The human eye can distinguish as many as 10 million different colors. To say my color palette had a few gaps in it would be an understatement. I always had a notion that this was the case: that there were more hues than my vague memories of primary and basic colors from a distant and underwhelming art education. I admit that in a past life I was color dumb. Though of course, this was something that my wife and more creative friends were keenly aware of. But it wasn’t until I started working with products and companies that lived and died by color and design that I really came to appreciate the extent of my oversight. As I worked with Fashion and Beauty companies, Furniture retailers, Tile manufacturers, and even Office Supply distributors, I learned that color mattered a great deal. I was introduced to Azure, Ruby Red, Fern, Charcoal, Byzantium, and even Celadon and Smaragdine (Google will confirm I’m not making words up). I even worked with companies that created their own colors, which appears to be something that has slipped through the cracks of government oversight. The point is, color matters to a lot of consumers across a wide range of industries, and it’s something you cannot afford to get wrong.
Just as colors can be complex, the struggle for companies to manage them can be too. Across an entire enterprise, there could be multiple teams involved in managing color, from Design and Engineering to E-commerce and Procurement. With multiple teams and users came competing business objectives, a higher risk of human error, and lots of room for interpretation. Managing color was hard. Most of my clients needed no convincing of this, but some were skeptical about their own difficulties with color. Their shortcomings could almost always be proven by honing in on a specific tint and looking at their data. For 100 instances of Burgundy I could expect to get some variation of the following:
As you can see there are a lot of ways of interpreting (and spelling) the same thing. These types of discrepancies are a lot more common than many people realize. They certainly detract from the product experience your customers have, but they also cause problems with Site Search and SEO, and can wreak havoc with attempts at applying analytics to products and buying trends. Fortunately, these types of issues with colors are what Product Information Management systems were designed to eliminate.
In Akeneo PIM, this headache would be solved by creating a field (attribute) of the simple or multi-select type. These fields allow the business to decide on exactly how they want to present each color (is it Burgundy or is it Violet?) and then enforce governance for all of their users so that they are applied consistently. Just as important in today’s global markets, the translation of these colors can also be standardized. Here’s what this approach looks like in Akeneo PIM:
Another common problem with managing color is that an individual color may need several different iterations depending on what system or team is working with it. For example, it’s not uncommon for a new SKU to be onboarded by a purchasing manager who inputs it as a generic “Blue” to fit the basic (and boring) requirements of the ERP system. Next, this same color is recreated as “Sapphire” by a content specialist looking to provide a proper marketing name. And on yet another path along the color carousel could involve an E-commerce Manager accounting for a website filter or search engine. Someone with my color sense would never in a million years search for “Sapphire” when looking for a product to buy (isn’t that an expensive rock?) You would be lucky for me to get as specific as “Dark Blue”!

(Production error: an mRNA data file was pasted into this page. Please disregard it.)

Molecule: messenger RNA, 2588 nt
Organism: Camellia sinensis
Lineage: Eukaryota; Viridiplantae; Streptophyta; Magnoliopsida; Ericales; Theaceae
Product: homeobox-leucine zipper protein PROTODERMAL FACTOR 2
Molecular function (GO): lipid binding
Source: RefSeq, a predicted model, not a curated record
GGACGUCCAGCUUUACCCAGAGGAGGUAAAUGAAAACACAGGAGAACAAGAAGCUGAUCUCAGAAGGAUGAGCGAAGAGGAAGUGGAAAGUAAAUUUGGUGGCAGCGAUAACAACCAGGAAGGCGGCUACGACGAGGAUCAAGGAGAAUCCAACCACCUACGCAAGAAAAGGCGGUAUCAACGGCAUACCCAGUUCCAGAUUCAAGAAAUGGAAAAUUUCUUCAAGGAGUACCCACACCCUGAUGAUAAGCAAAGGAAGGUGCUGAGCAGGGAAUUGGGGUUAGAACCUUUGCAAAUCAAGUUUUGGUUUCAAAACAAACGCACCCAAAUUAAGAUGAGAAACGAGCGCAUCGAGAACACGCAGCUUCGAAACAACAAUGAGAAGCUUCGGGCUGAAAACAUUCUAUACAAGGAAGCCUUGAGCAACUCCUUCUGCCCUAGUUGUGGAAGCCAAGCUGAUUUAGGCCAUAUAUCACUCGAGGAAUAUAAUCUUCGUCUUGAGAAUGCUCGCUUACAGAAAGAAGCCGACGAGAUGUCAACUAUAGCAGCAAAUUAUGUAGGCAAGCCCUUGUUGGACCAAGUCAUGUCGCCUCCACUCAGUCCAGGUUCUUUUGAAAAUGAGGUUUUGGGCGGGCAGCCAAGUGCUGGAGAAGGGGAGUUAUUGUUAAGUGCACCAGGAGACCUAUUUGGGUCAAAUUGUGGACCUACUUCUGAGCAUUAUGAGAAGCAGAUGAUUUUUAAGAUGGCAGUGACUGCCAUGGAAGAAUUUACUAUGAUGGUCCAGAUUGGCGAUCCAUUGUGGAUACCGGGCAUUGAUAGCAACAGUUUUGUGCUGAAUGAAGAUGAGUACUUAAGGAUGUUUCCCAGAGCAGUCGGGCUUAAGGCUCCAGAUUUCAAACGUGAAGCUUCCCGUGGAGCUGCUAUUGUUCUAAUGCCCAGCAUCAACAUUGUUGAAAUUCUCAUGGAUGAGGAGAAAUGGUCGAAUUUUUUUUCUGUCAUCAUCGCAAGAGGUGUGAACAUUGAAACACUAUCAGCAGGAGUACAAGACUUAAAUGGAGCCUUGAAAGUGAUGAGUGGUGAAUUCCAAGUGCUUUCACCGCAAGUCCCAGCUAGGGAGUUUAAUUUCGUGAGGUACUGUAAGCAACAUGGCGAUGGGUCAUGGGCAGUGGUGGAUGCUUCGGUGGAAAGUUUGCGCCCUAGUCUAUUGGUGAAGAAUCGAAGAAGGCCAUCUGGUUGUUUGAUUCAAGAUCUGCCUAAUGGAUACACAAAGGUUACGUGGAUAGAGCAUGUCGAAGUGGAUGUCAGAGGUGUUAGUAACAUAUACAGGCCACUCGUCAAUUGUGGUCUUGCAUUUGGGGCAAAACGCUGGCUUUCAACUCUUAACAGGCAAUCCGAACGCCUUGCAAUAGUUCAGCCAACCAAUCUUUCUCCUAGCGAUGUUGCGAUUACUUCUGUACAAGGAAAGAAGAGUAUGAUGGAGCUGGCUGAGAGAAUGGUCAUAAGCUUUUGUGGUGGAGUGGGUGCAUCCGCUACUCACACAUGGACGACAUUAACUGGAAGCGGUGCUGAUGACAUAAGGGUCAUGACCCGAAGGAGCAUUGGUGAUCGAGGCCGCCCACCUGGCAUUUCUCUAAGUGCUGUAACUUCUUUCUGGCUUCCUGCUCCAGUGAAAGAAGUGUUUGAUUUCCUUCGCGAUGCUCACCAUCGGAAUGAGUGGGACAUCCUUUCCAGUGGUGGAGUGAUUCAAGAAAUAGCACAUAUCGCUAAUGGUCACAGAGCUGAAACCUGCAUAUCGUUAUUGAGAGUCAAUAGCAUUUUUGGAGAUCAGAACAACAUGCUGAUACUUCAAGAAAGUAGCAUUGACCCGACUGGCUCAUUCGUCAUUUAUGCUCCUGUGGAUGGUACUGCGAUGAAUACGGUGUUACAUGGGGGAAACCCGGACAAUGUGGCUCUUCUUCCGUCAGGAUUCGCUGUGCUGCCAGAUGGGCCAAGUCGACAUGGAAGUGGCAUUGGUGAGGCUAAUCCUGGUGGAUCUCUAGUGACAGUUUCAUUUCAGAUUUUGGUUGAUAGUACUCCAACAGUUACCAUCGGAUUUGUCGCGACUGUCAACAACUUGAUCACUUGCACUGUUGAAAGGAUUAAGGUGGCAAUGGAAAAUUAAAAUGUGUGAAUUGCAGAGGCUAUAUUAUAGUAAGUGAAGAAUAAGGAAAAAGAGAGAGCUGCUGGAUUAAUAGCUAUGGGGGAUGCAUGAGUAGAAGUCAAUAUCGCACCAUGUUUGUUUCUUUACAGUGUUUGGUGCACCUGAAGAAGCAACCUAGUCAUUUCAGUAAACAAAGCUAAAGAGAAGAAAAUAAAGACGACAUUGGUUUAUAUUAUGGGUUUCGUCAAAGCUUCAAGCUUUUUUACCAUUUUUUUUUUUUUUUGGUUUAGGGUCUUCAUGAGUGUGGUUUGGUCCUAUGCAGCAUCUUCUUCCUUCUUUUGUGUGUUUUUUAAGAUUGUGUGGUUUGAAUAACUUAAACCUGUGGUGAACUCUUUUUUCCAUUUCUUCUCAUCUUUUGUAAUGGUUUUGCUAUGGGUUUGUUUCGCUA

In Akeneo PIM, users could account for this by making separate attributes like ERP Color, Color, SEO Tags, or Site Color. This allows you to manage the unique requirements of each component of color with data governance in the same product record. However, with Akeneo PIM Enterprise Edition you can benefit from an easier and more scalable approach: by using Reference Entities users can maintain all of their Colors, including their variations, in a single centralized entity as shown below:
Reference Entities also allow you to store and manage additional color information like Hex Codes and Swatches. All of this information can also be adapted and translated to different Sales Channels and Locales. Finally, (and arguably this is where the real power lies!) if I want to change a color’s name or description information, Reference Entities allow me to update ALL of the products referenced to that record in a few clicks without having to update each record individually.
Managing colors is a complex and important part of product information management that is a struggle for companies of all sizes. High quality images may present what a product looks like to consumers, but it’s not enough. To optimize website filters, SEO, internal operations, and the tastes of discerning consumers who expect an exceptional product experience, color must be correct and contextualized across languages and business applications. Don’t whitewash color as I used to by treating it as just another data point to be managed in a back-end system. Instead, treat color like Picasso or Van Gogh did: as a powerful tool of great depth and intricacy that can attract attention and help curate the customer’s experience.